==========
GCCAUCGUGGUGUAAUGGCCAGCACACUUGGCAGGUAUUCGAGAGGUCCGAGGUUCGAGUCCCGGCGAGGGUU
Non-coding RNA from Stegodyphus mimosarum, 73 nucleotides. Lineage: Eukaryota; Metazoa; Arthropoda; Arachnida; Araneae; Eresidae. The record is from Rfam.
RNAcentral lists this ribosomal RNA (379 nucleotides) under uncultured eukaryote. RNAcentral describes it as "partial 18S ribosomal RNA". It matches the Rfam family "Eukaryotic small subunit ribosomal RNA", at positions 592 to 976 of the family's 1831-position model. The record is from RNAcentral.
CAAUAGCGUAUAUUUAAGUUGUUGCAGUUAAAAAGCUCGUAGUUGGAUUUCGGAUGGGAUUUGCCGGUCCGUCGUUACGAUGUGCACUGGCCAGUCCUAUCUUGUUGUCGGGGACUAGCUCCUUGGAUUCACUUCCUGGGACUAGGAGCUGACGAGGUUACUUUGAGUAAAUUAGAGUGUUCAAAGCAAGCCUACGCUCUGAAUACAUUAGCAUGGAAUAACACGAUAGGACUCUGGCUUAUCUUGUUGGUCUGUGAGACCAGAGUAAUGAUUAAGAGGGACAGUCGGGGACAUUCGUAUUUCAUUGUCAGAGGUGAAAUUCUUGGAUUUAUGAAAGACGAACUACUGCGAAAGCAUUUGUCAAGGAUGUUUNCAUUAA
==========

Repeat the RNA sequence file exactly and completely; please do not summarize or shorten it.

GCCAUCGUGGUGUAAUGGCCAGCACACUUGGCAGGUAUUCGAGAGGUCCGAGGUUCGAGUCCCGGCGAGGGUU
Non-coding RNA from Stegodyphus mimosarum, 73 nucleotides. Lineage: Eukaryota; Metazoa; Arthropoda; Arachnida; Araneae; Eresidae. The record is from Rfam.
RNAcentral lists this ribosomal RNA (379 nucleotides) under uncultured eukaryote. RNAcentral describes it as "partial 18S ribosomal RNA". It matches the Rfam family "Eukaryotic small subunit ribosomal RNA", at positions 592 to 976 of the family's 1831-position model. The record is from RNAcentral.
CAAUAGCGUAUAUUUAAGUUGUUGCAGUUAAAAAGCUCGUAGUUGGAUUUCGGAUGGGAUUUGCCGGUCCGUCGUUACGAUGUGCACUGGCCAGUCCUAUCUUGUUGUCGGGGACUAGCUCCUUGGAUUCACUUCCUGGGACUAGGAGCUGACGAGGUUACUUUGAGUAAAUUAGAGUGUUCAAAGCAAGCCUACGCUCUGAAUACAUUAGCAUGGAAUAACACGAUAGGACUCUGGCUUAUCUUGUUGGUCUGUGAGACCAGAGUAAUGAUUAAGAGGGACAGUCGGGGACAUUCGUAUUUCAUUGUCAGAGGUGAAAUUCUUGGAUUUAUGAAAGACGAACUACUGCGAAAGCAUUUGUCAAGGAUGUUUNCAUUAA